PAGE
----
The Escape from Suburban ennui.

It makes you think when an seventeen year old boy escapes home and joins IS in Syria. He could be concentrating on his stamp collection or help dad prise out unwanted grasses from the front lawn, couldn’t he? Surely there must be ways to escape from our much praised ‘own home on own block’ in those endlessly anonymously sun-lit streets of suburbia, without going to that extreme.

photo 3Kalancoe enlarged

I remember well my introduction to an Australian suburb after my parents in 1956 decided to buy a fibro asbestos dwelling in Sydney’s western suburbs. It was a devastating experience which, now at the age of 74, am finally accepting that it did happen, it was not their fault. I have conquered and overcome! It all came back last night when watching the excellent ABC TV documentary on writers/comedians/artists who not only overcame but became national Icons of art and culture precisely (bar for Robert Hughes)because of the dreariness and desolation of the Australian suburb. They escaped but used the experiences in ways that enthralled millions around the world for decades. There is nothing like a mirror being held up in front of us.!

It must seem like typical responses from the incorrigible Jerimiah Jacobson to finally have escaped England and rejoice in the sun and warmth that greeted Howard Jacobson in 1965 after sailing into sunny Sydney harbour. The gleaming whiteness of the Opera house a cheerful greeting card. He visible recoiled when ruminating over the dreariness and greyness of England’s skies heavy with sombre souls of past leaden Lords and hollowed out Timothy Thatchers. The cricket score on a Sunday afternoon, as exciting it could ever get. Waiting for the dreaded mid-night knock on the door. What Howard took delight in, the four giants of Australia’s own suburban making, escaped and flocked to Earls Court and at roughly the same time.

It just proves that changing and escaping from something might be an essential part of coming into one’s own. Even so, I do think that our architectural domestic way of housing ourselves leaves much to be desired. The fenced off and utterly lonely environment, the strips of bitumen snaking mile after simmering mile. Not a soul to be seen. Just metal boxes on endless journeys, but whereto and why? A Sunday afternoon, a solitary figure perched on a ladder clearing his guttering from errant leaves. I am surprised that young people can survive all that.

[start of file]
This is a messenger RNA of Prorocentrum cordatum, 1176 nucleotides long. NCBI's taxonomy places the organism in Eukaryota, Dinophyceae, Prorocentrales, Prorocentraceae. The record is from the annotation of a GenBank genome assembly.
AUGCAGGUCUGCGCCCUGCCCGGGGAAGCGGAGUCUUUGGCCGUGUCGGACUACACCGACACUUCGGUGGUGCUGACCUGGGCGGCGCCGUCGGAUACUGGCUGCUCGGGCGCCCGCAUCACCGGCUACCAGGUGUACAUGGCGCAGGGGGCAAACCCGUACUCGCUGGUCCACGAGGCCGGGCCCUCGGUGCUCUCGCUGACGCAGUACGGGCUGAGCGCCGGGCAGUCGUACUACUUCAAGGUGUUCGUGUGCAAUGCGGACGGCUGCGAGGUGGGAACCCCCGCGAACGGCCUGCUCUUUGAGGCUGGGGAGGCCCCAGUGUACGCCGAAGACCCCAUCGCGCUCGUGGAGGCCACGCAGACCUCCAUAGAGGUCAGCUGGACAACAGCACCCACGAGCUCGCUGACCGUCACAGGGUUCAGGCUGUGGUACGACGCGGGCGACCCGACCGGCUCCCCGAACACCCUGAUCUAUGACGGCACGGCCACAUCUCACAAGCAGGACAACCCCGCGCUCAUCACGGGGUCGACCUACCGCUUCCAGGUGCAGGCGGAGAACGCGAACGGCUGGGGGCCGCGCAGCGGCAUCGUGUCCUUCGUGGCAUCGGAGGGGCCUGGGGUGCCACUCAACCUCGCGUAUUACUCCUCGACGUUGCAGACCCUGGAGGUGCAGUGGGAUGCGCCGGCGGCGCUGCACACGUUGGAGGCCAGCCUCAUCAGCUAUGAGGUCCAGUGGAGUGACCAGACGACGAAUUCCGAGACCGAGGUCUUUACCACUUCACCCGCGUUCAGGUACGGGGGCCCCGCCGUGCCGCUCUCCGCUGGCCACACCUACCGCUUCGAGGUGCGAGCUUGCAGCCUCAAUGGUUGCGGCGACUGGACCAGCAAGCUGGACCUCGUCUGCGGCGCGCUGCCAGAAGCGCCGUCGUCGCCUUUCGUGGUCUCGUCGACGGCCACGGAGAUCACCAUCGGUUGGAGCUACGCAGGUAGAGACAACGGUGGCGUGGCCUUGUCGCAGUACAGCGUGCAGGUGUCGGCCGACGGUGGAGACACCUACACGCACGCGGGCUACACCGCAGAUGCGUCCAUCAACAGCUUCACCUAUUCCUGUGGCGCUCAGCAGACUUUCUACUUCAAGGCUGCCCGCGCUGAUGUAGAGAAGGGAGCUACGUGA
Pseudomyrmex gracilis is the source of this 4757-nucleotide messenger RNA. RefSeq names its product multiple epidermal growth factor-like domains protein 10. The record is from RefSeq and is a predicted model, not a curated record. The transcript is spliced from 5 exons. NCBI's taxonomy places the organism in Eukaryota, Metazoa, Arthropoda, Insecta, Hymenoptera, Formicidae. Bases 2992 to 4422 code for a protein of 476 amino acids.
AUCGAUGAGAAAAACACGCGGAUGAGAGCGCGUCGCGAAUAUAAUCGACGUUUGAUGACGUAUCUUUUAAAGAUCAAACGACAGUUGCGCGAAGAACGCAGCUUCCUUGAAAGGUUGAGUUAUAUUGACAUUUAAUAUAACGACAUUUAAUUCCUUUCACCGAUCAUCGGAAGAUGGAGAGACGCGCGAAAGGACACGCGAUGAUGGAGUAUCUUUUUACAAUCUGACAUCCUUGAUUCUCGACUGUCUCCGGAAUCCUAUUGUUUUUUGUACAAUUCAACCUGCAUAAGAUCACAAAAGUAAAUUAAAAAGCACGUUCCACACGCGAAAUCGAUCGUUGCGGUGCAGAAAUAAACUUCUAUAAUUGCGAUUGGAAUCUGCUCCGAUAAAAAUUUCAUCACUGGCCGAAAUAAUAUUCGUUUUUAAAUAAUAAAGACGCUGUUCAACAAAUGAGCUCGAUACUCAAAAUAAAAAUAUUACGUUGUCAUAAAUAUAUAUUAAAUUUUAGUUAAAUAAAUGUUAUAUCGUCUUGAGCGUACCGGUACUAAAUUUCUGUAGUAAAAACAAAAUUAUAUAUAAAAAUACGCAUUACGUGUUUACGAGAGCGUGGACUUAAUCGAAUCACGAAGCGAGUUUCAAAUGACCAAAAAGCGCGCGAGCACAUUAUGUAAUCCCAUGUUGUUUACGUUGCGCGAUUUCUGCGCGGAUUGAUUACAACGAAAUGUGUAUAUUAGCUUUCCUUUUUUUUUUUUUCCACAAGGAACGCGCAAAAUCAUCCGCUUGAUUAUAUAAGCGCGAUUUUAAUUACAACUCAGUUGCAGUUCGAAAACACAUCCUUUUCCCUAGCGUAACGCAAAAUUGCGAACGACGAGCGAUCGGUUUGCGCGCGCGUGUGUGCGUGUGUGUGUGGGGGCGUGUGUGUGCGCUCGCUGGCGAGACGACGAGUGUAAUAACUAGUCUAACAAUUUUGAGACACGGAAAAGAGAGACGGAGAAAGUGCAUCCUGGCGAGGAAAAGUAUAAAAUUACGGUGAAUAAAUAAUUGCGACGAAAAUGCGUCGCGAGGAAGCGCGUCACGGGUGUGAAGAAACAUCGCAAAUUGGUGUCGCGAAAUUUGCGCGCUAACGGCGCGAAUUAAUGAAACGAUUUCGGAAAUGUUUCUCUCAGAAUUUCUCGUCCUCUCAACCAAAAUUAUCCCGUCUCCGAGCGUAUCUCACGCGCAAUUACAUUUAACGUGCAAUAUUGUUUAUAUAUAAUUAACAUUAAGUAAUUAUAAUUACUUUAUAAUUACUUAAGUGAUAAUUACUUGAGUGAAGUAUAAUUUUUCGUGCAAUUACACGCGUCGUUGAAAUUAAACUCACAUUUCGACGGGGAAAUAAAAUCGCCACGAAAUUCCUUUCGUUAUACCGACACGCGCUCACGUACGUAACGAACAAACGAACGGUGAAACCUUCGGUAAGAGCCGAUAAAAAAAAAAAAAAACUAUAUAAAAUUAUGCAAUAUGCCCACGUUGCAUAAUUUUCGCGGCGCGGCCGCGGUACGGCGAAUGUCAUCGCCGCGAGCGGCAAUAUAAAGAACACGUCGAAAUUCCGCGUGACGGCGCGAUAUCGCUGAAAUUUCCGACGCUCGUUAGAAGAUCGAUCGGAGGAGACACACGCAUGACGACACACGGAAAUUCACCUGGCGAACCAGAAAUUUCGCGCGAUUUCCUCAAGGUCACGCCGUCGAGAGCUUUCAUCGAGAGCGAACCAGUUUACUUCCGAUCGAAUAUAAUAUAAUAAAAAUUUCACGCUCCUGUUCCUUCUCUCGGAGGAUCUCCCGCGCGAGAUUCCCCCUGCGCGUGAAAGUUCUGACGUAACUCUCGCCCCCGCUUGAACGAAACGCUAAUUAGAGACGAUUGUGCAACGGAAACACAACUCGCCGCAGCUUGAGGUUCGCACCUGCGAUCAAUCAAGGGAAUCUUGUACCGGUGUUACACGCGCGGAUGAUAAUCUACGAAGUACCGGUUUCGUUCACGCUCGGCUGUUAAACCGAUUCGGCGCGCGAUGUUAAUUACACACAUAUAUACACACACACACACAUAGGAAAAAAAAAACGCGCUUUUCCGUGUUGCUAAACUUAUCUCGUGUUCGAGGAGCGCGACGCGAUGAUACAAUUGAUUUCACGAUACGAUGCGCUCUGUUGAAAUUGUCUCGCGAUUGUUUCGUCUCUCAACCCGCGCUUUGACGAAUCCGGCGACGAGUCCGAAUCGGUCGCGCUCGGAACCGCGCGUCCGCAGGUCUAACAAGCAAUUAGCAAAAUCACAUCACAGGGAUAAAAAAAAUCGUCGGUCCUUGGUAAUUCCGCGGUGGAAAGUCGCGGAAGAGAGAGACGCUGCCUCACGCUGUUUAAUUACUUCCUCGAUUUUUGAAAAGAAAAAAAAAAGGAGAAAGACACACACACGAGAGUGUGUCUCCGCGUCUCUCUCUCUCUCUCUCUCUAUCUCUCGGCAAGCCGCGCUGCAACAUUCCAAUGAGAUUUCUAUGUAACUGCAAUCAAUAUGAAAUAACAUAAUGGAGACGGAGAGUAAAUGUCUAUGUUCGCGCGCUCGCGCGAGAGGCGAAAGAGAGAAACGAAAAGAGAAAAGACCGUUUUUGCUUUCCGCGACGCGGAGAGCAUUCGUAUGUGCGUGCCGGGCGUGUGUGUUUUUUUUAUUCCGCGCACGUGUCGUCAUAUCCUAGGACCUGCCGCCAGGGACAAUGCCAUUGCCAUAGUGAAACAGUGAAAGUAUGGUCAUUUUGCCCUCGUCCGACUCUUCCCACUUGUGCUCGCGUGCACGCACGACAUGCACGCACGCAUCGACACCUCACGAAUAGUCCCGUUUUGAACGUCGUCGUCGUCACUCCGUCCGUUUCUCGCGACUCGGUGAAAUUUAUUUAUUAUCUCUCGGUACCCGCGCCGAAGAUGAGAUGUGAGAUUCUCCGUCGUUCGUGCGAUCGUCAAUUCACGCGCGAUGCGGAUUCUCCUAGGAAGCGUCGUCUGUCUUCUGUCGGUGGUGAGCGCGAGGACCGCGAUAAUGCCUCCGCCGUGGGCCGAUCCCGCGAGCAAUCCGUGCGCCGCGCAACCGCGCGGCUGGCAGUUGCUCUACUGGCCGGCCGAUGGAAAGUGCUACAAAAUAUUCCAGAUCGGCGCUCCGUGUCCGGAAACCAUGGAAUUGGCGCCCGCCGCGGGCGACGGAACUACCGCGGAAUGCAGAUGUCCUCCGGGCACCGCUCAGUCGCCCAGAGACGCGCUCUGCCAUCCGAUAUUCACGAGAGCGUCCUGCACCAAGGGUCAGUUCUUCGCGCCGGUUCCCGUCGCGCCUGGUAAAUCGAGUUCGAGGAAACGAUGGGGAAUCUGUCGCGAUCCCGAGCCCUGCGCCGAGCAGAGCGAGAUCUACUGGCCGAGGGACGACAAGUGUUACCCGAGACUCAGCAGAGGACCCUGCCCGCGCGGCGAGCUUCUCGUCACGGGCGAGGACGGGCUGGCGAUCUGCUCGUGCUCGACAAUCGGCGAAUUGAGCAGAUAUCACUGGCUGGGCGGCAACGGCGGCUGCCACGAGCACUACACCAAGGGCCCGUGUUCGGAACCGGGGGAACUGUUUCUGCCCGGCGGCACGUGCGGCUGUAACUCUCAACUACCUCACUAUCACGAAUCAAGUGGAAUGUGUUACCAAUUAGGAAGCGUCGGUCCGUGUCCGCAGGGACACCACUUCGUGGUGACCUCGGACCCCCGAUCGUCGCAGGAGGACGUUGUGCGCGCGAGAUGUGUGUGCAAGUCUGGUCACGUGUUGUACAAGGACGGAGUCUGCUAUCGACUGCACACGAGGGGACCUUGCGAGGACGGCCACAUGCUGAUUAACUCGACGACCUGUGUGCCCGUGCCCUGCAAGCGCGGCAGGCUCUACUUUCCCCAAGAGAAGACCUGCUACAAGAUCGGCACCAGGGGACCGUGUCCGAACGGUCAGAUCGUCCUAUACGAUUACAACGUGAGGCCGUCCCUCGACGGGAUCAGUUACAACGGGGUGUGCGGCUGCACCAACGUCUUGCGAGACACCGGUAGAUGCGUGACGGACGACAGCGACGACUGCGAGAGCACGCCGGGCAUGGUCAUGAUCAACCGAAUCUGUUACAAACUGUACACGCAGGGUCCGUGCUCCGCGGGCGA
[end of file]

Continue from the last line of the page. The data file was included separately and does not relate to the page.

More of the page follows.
After every domestic murder, the usual responses; “Oh, such a lovely family amongst a close-knit community. We sometimes saw then and even said hello”! In the meantime some young people go to Syria and fight to get killed.

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7 Responses to “The Escape from Suburban ennui.”

  1. Lottie Nevin Says:

    Interesting link, Gerard. I’m not sure I’m cut-out for life in suburbia šŸ™‚


  2. stuartbramhall Says:

    If your 17 year who runs off to Syria has brown skin, high unemployment rates in young people under 25 is also a major factor. With unemployment rates running 30-50% in disenfranchised youth, their chances of ever being employed in the corporate economy are extremely slim.


    • gerard oosterman Says:

      Yes, that is true but if you have to travel for miles to seek for work, one soon gives up. Even so, I remember getting of the boat with locals holding up placards on-shore offering jobs to migrants getting off the boats.
      Many people had dark skins then too, but sugar cane was cut by hand and automation had not yet taken off.


  3. kaytisweetlandrasmussen83 Says:

    It seems the grass is always greener on the other ide of the fence. I hope they don’t change their minds—I don’t think their new friends would appreciate that, and it would be hard to return to their safe but dull suburbia.


  4. mrsmrs Says:

    I have never thought of any of Hughes, Greer or Humphries as anything but total pains in the arse. Clive James is the sole exception – in terms of this ‘brilliant’ quartet – because he alone shows willingess to send himself up.

    Liked by 1 person

  5. auntyuta Says:

    Sorry, I made a booboo with the above like button. I actually like all four of these successful Australians. And I am always very interested in what they have to say.
    I realise that for a lot of working people the outer suburbs must be quite a challenge to overcome. I met one professional who goes to Sydney every day on a two hour train ride and the same back again at night time. The train ride does not bother him. He says he spends the time looking up interesting things on the computer!
    I wonder what kind of society we live in if these young people feel the only thing for them to do is go off and fight in a war.
    That there is a severe shortage of work places and or apprenticeships for young people is a disgrace. Selling our young people short like this has consequences.


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